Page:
I. THE ADVANTAGES THAT BY ARISE FROM IT. There is no possibility, either of viewing a bad action, in a full light, without abhorrence, or of weighing its consequences without terror. Wickedness, therefore, always banishes thought, and piety and virtue encourage it. A good man, far from being driven to hide his inward condition from himself, though he find many things that want still to be amended, yet finds at the same time, so many, which, through the aid of God's Holy Spirit, are already grown, and daily growing better, that he feels no joy equal to that of his heart telling him what he is. Therefore the Psalmist speaks of self-amendment as the immediate fruit of self-inspection (Psalm 119:59, 60). Nor doth it only excite in us good resolutions, but furnishes directions how to put them in practice. Reflection will show us, and nothing else can, by what defect within, or what opportunity without, each of our faults got ground in our breasts: and which is the way to root it out again. Another use of searching frequently into our past ways, is to preserve ourselves from the secret approach of future dangers. All these are general advantages flowing from the practice of self-inspection. But in many cases it hath yet a more especial good influence. A distinct knowledge of ourselves will greatly secure us from the iii effects of flattery, which would persuade us that we are what we feel we are not; and enable us to bear unjust reproach, thinking it a very small thing that we should be judged of man's judgment, when we can reflect with comfort that He who judgeth us is the Lord. Experience of our infirmities will teach us humility, and move us to compassion and forgiveness (Galatians 6:1). Experience where our strength, as well as our weakness lies, will show us how we are best able to serve God and our fellow creatures; what we may attempt, what will be too much for us. And strict observation of our own hearts will qualify us, beyond all things, to give useful cautions to others, and direct their steps in the right way.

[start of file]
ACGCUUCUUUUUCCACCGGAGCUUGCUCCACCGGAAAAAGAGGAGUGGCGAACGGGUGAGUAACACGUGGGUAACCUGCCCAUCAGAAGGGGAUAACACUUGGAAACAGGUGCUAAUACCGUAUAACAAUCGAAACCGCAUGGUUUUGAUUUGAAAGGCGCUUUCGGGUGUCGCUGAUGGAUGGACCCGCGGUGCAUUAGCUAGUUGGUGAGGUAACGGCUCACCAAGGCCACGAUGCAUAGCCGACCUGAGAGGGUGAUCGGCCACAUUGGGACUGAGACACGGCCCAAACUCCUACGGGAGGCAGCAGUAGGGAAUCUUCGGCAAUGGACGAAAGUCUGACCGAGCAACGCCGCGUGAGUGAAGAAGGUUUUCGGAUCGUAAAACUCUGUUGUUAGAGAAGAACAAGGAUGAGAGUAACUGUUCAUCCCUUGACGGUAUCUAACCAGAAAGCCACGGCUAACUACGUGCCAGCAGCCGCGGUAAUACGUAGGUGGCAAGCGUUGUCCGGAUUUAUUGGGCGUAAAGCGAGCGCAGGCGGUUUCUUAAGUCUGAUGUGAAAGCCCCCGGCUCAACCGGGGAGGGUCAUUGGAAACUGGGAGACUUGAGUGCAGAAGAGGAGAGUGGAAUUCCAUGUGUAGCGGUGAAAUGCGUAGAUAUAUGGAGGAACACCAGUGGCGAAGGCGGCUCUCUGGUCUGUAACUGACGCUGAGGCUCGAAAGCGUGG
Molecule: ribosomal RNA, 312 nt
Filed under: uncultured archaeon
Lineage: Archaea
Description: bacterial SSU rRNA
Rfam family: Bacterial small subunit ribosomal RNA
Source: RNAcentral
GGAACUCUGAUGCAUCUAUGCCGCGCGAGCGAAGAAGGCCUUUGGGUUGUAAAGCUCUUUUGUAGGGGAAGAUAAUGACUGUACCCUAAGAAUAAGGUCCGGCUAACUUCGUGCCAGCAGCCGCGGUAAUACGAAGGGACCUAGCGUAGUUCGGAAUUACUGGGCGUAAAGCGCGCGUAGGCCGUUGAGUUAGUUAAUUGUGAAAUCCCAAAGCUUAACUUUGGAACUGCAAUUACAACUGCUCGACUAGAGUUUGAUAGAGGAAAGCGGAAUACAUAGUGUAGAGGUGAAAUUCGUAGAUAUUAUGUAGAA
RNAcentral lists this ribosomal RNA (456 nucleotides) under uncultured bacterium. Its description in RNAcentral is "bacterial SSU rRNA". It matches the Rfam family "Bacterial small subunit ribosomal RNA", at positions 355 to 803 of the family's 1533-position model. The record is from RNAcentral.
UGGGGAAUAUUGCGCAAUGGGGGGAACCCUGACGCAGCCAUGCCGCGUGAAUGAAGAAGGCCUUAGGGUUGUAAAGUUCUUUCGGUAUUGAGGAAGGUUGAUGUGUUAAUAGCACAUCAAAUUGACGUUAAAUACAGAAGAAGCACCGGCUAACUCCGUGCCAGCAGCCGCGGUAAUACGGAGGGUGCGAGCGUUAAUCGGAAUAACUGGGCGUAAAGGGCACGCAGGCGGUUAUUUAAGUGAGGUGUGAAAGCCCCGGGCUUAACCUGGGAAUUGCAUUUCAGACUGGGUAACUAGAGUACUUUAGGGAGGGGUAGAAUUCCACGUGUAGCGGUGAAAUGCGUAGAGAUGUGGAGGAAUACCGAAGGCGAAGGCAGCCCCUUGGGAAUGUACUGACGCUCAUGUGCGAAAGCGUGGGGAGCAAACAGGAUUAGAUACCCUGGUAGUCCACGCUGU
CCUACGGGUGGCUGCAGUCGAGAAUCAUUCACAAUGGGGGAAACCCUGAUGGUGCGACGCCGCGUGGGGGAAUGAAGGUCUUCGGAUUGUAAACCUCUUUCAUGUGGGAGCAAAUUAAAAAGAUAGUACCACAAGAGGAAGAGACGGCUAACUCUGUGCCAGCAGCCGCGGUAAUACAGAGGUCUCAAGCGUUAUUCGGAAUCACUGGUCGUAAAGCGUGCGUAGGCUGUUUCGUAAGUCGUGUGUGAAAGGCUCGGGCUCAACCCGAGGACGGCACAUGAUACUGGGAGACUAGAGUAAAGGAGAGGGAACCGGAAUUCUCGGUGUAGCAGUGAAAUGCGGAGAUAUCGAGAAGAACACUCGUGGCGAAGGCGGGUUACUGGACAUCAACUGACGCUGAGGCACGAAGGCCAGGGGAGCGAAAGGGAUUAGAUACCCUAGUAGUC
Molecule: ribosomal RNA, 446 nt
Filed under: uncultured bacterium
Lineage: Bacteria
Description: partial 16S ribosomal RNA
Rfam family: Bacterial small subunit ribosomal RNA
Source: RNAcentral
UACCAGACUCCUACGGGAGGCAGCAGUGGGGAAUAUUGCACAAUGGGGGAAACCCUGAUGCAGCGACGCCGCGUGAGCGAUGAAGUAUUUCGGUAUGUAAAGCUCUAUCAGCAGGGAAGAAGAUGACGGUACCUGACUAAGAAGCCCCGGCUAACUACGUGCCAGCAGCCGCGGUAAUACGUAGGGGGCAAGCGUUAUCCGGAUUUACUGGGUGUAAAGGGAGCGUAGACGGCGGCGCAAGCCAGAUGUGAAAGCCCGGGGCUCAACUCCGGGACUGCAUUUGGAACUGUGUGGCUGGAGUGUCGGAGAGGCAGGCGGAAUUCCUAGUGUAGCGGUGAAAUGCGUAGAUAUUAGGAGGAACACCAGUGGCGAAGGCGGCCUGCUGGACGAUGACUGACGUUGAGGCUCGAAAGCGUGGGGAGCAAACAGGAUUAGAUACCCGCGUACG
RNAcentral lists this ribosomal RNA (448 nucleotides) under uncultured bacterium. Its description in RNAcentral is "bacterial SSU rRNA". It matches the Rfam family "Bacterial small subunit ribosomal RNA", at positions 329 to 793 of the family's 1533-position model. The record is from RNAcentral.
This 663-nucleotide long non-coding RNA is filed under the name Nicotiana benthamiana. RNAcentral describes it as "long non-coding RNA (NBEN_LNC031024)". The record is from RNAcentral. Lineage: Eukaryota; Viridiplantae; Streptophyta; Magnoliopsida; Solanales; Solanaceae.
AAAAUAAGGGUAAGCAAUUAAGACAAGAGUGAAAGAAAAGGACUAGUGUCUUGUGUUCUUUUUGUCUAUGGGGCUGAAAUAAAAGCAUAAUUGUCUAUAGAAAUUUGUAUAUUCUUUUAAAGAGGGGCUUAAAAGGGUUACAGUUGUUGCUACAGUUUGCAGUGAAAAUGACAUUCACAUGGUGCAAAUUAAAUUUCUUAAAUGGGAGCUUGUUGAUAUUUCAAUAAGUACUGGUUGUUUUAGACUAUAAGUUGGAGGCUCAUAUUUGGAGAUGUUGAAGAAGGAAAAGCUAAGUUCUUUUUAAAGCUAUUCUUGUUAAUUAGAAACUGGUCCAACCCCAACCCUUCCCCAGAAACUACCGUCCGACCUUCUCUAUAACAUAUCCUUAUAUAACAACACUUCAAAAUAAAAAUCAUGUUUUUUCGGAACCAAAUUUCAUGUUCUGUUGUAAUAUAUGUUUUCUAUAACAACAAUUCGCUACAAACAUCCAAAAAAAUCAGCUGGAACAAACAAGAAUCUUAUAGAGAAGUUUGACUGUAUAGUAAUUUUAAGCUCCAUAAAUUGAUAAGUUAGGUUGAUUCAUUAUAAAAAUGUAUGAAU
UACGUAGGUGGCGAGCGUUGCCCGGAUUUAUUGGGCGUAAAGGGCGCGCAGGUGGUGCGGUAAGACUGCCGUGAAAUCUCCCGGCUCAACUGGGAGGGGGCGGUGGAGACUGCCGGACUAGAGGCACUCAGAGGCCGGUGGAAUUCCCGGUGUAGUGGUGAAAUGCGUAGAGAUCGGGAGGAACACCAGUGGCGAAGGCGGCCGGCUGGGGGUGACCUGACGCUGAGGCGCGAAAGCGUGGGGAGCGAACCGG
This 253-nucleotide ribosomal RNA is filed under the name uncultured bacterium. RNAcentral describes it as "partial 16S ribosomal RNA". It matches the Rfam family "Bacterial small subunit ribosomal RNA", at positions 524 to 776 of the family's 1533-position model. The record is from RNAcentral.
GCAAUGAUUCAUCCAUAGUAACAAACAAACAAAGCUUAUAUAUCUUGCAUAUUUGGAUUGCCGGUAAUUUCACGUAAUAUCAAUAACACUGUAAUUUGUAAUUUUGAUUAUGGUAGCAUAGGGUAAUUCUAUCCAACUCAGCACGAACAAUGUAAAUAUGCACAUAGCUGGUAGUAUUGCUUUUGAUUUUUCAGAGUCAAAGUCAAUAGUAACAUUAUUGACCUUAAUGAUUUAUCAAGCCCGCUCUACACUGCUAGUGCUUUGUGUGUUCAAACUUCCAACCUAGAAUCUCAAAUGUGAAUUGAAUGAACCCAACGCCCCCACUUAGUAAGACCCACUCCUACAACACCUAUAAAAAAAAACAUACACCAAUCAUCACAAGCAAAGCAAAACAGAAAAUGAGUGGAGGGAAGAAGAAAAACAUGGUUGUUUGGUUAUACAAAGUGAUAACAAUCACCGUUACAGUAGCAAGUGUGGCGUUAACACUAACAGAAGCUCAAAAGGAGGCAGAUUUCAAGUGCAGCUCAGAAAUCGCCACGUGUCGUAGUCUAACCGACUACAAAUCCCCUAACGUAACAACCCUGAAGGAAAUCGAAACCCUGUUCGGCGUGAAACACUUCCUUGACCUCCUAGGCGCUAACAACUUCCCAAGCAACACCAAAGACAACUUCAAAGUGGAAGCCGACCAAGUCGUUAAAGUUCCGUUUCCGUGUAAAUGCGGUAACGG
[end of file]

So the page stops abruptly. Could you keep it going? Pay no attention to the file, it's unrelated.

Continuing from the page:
II. SOME RULES TO BE OBSERVED FOR CONDUCTING IT PROPERLY. Of these the fundamental one is, that we consider it as a religious duty; perform it as in the presence of God; and earnestly beg Him to show us in a true light to ourselves (Psalm 19:12). Let us therefore neither be too tender, nor too proud, to bear inspecting our hearts and lives: and, that we may bear it well, let us learn to moderate, if we have need, the uneasiness which it may give us. For every passion that we have may be raised so high as to defeat its own end. And though we can dislike nothing so justly as our faults; and very few dislike them near enough; yet if we dislike ourselves for them too much to have patience to think of them, and mend them; that runs into a new fault: and we should check ourselves for it, mildly indeed, but very carefully; considering well both our natural frailty, and our Maker's goodness: but especially the promises of forgiveness and grace, which He hath recorded for our use in His Holy Word; not in order to reconcile us at all to sin, but in a reasonable degree to ourselves. And how mortifying soever a needful examination may still prove, it is surely worth while to support the most painful reflections for the present, when it will secure us a succession of pleasing and happy ones ever after. Nor must we examine only into the weak and suspicious parts of our characters and conduct: but those which procure us the most applause from others and ourselves: for want of which, even vices, a little disguised, may pass upon us for great virtues; and we may be doing, with entire satisfaction, what we should abhor, if we understood it right. Nor are these general grounds of caution the only ones; but every person will find, on inquiry, particular reasons for being watchful and distrustful of himself, in some point or other; arising, perhaps, from unhappy experience of failures, at least from conviction of the dangers, incident to his natural disposition, age, employment, company; and, which is a matter of no small consideration, rank in the world. For they, above all, should be careful m searching their own breasts, whose higher condition subjects them most to flattery, and removes them farthest from hearing censure.